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Joe Albahari

.NET Developer

LINQPad

Australia

Joe Albahari is an O’Reilly author and the inventor of LINQPad. He’s written seven books on C# and LINQ, including “C# 7.0 in a Nutshell”. He speaks regularly at conferences and user groups, and has been a C# MVP for ten years running.

Talks at YOW!

Neural Nets From The Ground Up - YOW! 2018 Melbourne

The best way to understand neural networks is to get your hands dirty and write one.

In this session, we'll start from scratch and invent a neural net that can recognize handwritten digits with over 98% accuracy. Without leaning on any libraries! From the bottom up, we'll discover gradient descent, activation functions and backpropagation, as well as the mathematics behind this fascinating machine learning technology.

We'll code entirely in C# in a lightweight IDE (LINQPad). And you'll get to keep the code!

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Neural Nets From The Ground Up - YOW! 2018 Brisbane

The best way to understand neural networks is to get your hands dirty and write one.

In this session, we'll start from scratch and invent a neural net that can recognize handwritten digits with over 98% accuracy. Without leaning on any libraries! From the bottom up, we'll discover gradient descent, activation functions and backpropagation, as well as the mathematics behind this fascinating machine learning technology.

We'll code entirely in C# in a lightweight IDE (LINQPad). And you'll get to keep the code!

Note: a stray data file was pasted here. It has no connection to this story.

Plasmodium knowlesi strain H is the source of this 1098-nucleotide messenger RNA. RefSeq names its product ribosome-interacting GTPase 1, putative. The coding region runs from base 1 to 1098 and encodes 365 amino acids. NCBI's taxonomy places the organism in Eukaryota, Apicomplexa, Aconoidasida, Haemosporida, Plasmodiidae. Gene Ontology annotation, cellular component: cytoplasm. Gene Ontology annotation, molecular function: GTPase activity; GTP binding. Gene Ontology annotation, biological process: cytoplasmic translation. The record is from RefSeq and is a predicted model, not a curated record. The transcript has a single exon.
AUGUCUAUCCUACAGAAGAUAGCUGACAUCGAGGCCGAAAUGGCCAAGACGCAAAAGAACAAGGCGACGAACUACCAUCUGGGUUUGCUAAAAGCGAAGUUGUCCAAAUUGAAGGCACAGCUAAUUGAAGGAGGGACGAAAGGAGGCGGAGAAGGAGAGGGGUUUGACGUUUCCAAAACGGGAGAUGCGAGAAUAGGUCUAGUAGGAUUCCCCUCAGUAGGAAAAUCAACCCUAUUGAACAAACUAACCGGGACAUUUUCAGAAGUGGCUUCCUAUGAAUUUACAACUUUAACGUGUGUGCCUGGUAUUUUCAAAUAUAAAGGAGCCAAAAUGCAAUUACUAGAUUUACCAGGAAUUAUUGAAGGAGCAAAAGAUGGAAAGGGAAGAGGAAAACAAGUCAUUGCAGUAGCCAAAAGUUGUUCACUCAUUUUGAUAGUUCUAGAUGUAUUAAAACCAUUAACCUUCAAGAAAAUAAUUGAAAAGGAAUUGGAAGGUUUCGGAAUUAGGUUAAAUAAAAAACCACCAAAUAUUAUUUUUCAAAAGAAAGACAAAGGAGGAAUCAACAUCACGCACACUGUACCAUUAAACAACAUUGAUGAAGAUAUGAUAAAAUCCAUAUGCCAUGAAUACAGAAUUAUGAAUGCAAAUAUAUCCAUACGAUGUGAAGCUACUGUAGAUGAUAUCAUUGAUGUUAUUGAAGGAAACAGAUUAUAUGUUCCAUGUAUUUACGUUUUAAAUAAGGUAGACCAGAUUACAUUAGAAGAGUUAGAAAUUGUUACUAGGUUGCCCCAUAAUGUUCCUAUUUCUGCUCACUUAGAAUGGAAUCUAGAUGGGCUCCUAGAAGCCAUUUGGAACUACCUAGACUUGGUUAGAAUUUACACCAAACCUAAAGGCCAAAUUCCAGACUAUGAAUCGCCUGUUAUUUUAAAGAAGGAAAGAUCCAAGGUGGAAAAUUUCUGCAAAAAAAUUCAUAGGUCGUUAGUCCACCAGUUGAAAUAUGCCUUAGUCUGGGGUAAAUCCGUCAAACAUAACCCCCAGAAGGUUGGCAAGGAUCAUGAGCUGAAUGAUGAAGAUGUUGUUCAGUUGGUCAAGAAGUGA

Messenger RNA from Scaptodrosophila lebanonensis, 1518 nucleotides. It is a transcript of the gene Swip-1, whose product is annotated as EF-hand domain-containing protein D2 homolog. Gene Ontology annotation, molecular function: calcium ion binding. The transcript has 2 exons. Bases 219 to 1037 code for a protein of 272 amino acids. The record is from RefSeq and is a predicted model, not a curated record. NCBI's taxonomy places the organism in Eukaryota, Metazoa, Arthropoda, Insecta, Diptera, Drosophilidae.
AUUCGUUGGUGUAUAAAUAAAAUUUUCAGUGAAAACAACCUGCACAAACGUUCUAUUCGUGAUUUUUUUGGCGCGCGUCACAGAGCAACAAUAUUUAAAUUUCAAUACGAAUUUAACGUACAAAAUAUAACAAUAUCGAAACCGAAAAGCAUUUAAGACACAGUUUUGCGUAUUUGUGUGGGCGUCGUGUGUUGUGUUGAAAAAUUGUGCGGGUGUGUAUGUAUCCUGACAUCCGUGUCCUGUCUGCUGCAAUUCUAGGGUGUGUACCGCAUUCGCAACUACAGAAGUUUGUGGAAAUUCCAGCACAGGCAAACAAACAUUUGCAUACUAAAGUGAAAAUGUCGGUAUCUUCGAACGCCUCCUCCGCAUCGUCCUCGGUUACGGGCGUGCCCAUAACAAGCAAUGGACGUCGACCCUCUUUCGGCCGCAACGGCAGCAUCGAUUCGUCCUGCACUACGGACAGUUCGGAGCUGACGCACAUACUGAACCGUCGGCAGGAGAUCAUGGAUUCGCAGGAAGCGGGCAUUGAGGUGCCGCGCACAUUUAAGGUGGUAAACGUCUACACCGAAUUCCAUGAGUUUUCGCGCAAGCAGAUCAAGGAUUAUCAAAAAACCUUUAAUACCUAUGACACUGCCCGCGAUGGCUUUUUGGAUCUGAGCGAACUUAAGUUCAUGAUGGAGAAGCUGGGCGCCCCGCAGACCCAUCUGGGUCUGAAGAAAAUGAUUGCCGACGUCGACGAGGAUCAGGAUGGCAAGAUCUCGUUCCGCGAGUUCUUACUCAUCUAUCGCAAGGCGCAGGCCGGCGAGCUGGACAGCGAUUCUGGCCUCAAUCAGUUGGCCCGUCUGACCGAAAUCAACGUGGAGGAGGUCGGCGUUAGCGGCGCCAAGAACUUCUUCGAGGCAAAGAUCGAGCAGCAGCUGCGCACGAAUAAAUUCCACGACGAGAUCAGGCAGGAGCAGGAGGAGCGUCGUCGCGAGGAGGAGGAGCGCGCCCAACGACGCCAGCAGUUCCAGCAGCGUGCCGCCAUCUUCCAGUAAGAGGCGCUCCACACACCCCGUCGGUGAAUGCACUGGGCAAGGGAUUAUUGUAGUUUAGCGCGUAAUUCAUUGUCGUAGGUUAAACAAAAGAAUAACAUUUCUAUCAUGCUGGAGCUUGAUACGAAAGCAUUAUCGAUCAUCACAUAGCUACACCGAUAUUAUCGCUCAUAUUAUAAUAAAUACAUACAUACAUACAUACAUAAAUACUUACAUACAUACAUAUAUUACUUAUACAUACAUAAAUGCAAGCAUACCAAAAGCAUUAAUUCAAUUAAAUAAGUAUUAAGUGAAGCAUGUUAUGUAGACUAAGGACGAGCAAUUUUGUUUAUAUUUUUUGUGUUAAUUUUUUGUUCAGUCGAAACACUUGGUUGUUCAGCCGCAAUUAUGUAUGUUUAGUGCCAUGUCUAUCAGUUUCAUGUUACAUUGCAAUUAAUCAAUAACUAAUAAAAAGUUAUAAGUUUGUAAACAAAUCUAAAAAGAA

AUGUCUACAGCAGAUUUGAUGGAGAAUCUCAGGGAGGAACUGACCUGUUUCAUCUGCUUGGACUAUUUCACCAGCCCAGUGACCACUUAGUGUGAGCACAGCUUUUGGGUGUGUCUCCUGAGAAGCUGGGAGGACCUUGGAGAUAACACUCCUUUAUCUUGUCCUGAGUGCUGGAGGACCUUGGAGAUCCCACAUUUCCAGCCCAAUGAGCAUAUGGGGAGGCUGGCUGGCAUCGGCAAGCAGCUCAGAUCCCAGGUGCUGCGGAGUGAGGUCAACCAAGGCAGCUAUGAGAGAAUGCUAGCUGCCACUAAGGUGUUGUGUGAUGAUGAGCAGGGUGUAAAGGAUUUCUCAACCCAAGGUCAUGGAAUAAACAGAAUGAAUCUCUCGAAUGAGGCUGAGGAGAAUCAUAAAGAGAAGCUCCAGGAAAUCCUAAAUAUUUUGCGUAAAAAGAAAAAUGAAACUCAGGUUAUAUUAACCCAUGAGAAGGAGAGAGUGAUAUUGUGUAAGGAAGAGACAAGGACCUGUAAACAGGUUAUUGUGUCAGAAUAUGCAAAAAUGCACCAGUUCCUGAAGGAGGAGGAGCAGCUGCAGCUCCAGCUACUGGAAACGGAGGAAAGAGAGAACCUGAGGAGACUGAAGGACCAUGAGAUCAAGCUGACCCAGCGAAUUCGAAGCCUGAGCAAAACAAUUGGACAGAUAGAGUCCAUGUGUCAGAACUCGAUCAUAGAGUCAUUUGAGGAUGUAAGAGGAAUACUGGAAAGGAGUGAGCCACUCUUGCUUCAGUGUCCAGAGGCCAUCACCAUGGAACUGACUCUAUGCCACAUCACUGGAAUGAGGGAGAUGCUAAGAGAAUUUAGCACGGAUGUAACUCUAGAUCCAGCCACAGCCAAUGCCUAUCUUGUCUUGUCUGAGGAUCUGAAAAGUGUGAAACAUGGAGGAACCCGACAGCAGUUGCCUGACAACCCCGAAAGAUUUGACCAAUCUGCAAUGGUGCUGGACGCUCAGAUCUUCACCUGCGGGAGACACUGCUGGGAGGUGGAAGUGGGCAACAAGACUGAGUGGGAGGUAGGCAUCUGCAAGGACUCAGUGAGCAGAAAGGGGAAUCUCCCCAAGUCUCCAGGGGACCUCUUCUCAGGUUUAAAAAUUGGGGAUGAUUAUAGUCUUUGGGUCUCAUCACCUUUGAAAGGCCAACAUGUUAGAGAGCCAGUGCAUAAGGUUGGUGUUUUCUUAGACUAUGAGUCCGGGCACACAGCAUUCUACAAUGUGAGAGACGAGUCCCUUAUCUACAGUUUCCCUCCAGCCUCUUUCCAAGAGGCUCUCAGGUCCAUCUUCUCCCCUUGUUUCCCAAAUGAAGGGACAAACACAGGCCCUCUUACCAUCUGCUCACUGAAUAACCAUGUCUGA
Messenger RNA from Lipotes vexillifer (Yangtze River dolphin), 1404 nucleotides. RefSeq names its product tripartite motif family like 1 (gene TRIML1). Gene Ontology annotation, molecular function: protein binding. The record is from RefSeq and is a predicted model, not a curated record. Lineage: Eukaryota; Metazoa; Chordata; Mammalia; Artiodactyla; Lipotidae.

Read More

Neural Nets From The Ground Up - YOW! 2018 Sydney

The best way to understand neural networks is to get your hands dirty and write one.

In this session, we'll start from scratch and invent a neural net that can recognize handwritten digits with over 98% accuracy. Without leaning on any libraries! From the bottom up, we'll discover gradient descent, activation functions and backpropagation, as well as the mathematics behind this fascinating machine learning technology.

We'll code entirely in C# in a lightweight IDE (LINQPad). And you'll get to keep the code!

Read More

Pushing C# to the limit - YOW! Singapore 2017

C# is a language of breadth. At one end it allows low-level programming with pointers and lock-free synchronization; at the other end, it sports high-level features such as closures, expressions trees and asynchronous functions.

Which leads us to a challenge: can we write a non-contrived program that uses all of the above? The answer is “of course!”, and I’m going to walk you through a practical example: a high-speed communications library built on shared memory (and used in production!)

Come and join the author of C# 7 in a Nutshell and LINQPad in an advanced session, where we step outside the box and play with all of C#’s best toys at once.

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Pushing C# to the limit - YOW! Hong Kong 2017

C# is a language of breadth. At one end it allows low-level programming with pointers and lock-free synchronization; at the other end, it sports high-level features such as closures, expressions trees and asynchronous functions.